STOCK MARKET BSE NSE

Bhima Koregaon case: Sudha Bharadwaj, two other activists sent to police custody

Public prosecutor Ujjwala Pawar argued that as all the accused were under house arrest (as per the Supreme Court's directions), they could not be interrogated, so their police custody was needed.

Published: 27th October 2018 11:48 PM  |   Last Updated: 27th October 2018 11:52 PM   |  A+A-

Activists Arrest

(T-B) Sudha Bharadwaj was arrested in Faridabad, Arun Ferreira in Mumbai, Writer Vara Vara Rao from Hyderabad, Journalist Gautam Navlakha from New-Delhi and 61-Year old Vernon Gonsalves from Mumbai. (File | Agencies)

By PTI

PUNE: A Pune court on Saturday remanded rights activists Sudha Bharadwaj, Vernon Gonsalves and Arun Ferreira, accused of having Maoist links, in police custody till November 6.

Bharadwaj, under house arrest in Faridabad, was taken into custody by police this morning and brought to the court here.

Gonsalves and Ferreira had been taken into custody by Pune police Friday evening after the court rejected the bail applications of all three, observing that the material collected by the police, on the face of it, shows their alleged links with Maoists.

District and Sessions Judge K D Vadane sent Gonsalves and Ferreira in police custody till November 6 after they were produced in the morning.

The judge remanded Bharadwaj in police custody for the same period when she was produced in the evening.

Public prosecutor Ujjwala Pawar argued that as all the accused were under house arrest (as per the Supreme Court's directions), they could not be interrogated, so their police custody was needed.

Seeking their police custody for 14 days, Pawar told the court that the preliminary investigation has revealed that the three had links with the banned CPI (Maoist) and were involved in recruitment as well as raising funds for Maoist activities.

They were involved in "larger conspiracy to threaten the democratic set-up of the nation", Pawar told the court.

The Pune police arrested Ferreira, Gonsalves, Bharadwaj and two others -- Telugu poet Varavara Rao and activist Gautam Navlakha -- in August this year in connection with the probe into violence in Koregaon Bhima in Pune on January 1 this year.

Gonsalves and Ferreira were brought to Pune from their residences in Mumbai on Friday after the bail pleas were rejected by the court.

Their four-week period of house arrest also ended on Friday.

Interestingly, Bharadwaj filed an application in the court Saturday in which she said she suffered from high blood sugar and some other health issues, and she should be provided the same facilities in jail which the government had "promised" to fugitive businessman Vijay Mallya.

The court ordered that the required medical facilities be provided to her.

Opposing the police custody, defence lawyer Rahul Deshmukh, who represented Gonsalves, argued that the police in their remand report have not mentioned that they need to recover any material from the accused.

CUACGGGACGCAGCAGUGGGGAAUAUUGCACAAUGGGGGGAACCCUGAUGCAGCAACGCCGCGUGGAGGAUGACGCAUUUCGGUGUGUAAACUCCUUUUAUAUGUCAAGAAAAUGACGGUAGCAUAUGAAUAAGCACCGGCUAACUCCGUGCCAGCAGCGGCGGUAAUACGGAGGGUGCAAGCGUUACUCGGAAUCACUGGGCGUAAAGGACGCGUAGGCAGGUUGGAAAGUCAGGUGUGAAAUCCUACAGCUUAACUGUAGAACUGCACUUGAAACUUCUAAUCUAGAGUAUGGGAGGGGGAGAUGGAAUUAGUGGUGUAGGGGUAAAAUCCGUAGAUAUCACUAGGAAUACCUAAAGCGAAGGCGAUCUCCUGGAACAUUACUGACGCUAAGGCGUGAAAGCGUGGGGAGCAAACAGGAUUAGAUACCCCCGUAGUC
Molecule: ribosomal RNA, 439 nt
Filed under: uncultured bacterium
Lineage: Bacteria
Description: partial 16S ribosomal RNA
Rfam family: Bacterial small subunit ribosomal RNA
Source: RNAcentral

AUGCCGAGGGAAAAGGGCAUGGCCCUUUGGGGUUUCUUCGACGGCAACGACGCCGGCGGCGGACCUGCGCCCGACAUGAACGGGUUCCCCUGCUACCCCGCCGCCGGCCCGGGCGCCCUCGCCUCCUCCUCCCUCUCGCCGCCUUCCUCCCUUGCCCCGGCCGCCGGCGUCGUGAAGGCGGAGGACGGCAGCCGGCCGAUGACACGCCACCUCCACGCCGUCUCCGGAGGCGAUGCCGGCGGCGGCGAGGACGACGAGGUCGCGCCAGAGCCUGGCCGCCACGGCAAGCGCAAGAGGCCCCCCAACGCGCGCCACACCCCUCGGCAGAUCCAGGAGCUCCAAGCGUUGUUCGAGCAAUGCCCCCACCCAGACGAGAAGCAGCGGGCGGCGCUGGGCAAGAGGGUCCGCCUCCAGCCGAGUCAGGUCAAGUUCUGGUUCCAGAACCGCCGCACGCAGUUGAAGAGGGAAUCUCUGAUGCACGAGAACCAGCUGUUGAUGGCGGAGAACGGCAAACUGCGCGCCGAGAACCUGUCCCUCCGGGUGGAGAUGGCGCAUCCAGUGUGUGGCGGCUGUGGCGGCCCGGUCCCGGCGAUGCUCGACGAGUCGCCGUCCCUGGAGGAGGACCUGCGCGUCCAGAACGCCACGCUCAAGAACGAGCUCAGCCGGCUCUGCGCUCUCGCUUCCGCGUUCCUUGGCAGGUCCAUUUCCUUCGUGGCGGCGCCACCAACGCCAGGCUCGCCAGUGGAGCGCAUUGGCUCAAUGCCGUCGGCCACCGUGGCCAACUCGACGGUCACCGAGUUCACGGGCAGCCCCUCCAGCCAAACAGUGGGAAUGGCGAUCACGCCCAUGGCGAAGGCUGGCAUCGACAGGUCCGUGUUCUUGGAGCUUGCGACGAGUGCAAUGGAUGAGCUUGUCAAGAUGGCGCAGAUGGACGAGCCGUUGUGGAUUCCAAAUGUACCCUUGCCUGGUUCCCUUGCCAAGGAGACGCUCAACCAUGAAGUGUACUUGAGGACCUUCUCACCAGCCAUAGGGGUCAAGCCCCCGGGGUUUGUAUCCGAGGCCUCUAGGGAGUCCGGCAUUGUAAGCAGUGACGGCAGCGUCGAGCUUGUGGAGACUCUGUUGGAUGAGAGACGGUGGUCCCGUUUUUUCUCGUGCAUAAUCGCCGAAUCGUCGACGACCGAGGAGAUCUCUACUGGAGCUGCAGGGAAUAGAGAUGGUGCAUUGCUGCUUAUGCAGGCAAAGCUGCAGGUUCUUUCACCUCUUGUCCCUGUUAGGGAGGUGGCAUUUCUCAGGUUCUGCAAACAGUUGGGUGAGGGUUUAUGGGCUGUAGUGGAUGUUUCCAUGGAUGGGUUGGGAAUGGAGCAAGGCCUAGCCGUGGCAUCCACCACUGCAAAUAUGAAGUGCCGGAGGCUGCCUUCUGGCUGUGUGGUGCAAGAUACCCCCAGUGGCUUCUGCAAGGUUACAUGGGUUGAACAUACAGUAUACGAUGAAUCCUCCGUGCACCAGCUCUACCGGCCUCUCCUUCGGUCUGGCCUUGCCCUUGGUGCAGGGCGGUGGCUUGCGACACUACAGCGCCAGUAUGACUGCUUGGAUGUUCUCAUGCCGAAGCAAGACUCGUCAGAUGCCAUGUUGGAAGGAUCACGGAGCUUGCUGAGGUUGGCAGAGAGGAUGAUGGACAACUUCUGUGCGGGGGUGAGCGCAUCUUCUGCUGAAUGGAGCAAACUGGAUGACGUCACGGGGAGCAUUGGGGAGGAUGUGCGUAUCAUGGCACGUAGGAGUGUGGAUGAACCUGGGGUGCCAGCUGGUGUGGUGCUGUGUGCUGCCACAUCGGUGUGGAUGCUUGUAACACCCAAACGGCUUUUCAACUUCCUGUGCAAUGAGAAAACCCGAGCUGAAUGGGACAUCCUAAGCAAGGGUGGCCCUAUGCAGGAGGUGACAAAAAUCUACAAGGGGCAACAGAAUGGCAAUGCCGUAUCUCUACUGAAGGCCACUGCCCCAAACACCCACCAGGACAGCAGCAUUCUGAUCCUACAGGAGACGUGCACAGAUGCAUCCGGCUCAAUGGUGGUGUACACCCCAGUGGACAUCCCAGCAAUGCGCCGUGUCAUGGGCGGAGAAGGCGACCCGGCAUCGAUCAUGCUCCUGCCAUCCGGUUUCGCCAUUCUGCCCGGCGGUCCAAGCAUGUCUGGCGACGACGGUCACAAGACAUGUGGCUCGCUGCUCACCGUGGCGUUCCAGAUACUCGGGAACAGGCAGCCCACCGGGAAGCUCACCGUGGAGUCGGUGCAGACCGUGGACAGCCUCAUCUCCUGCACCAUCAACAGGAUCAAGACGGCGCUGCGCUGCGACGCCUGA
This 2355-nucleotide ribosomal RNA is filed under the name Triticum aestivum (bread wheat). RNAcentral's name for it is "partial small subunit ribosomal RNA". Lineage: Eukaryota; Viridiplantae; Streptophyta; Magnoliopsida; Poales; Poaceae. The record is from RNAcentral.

The material seized earlier are already in their possession for nearly two months now, he said.

"So there is no need for police custody," he said.

Citing a CrPC section, he argued that the house arrest of all these accused was nothing but a "judicial custody".

"While seeking the police custody of the accused, who are already in judicial custody, the prosecution needs to submit an affidavit before the court.

But in this case, no affidavit was submitted, so there is no need to give police custody," Deshmukh said.

Advocate Siddharth Patil, representing Ferreira, argued the period of the house arrest specified by the SC was valid till midnight of October 26.

"However, police took both the accused into the custody before the expiry of the house arrest, which is contempt of court," he contended.

Deshmukh told PTI later that he would go through the order copy and challenge the police custody in the high court.



Comments

Disclaimer : We respect your thoughts and views! But we need to be judicious while moderating your comments. All the comments will be moderated by the newindianexpress.com editorial. Abstain from posting comments that are obscene, defamatory or inflammatory, and do not indulge in personal attacks. Try to avoid outside hyperlinks inside the comment. Help us delete comments that do not follow these guidelines.

The views expressed in comments published on newindianexpress.com are those of the comment writers alone. They do not represent the views or opinions of newindianexpress.com or its staff, nor do they represent the views or opinions of The New Indian Express Group, or any entity of, or affiliated with, The New Indian Express Group. newindianexpress.com reserves the right to take any or all comments down at any time.

flipboard facebook twitter whatsapp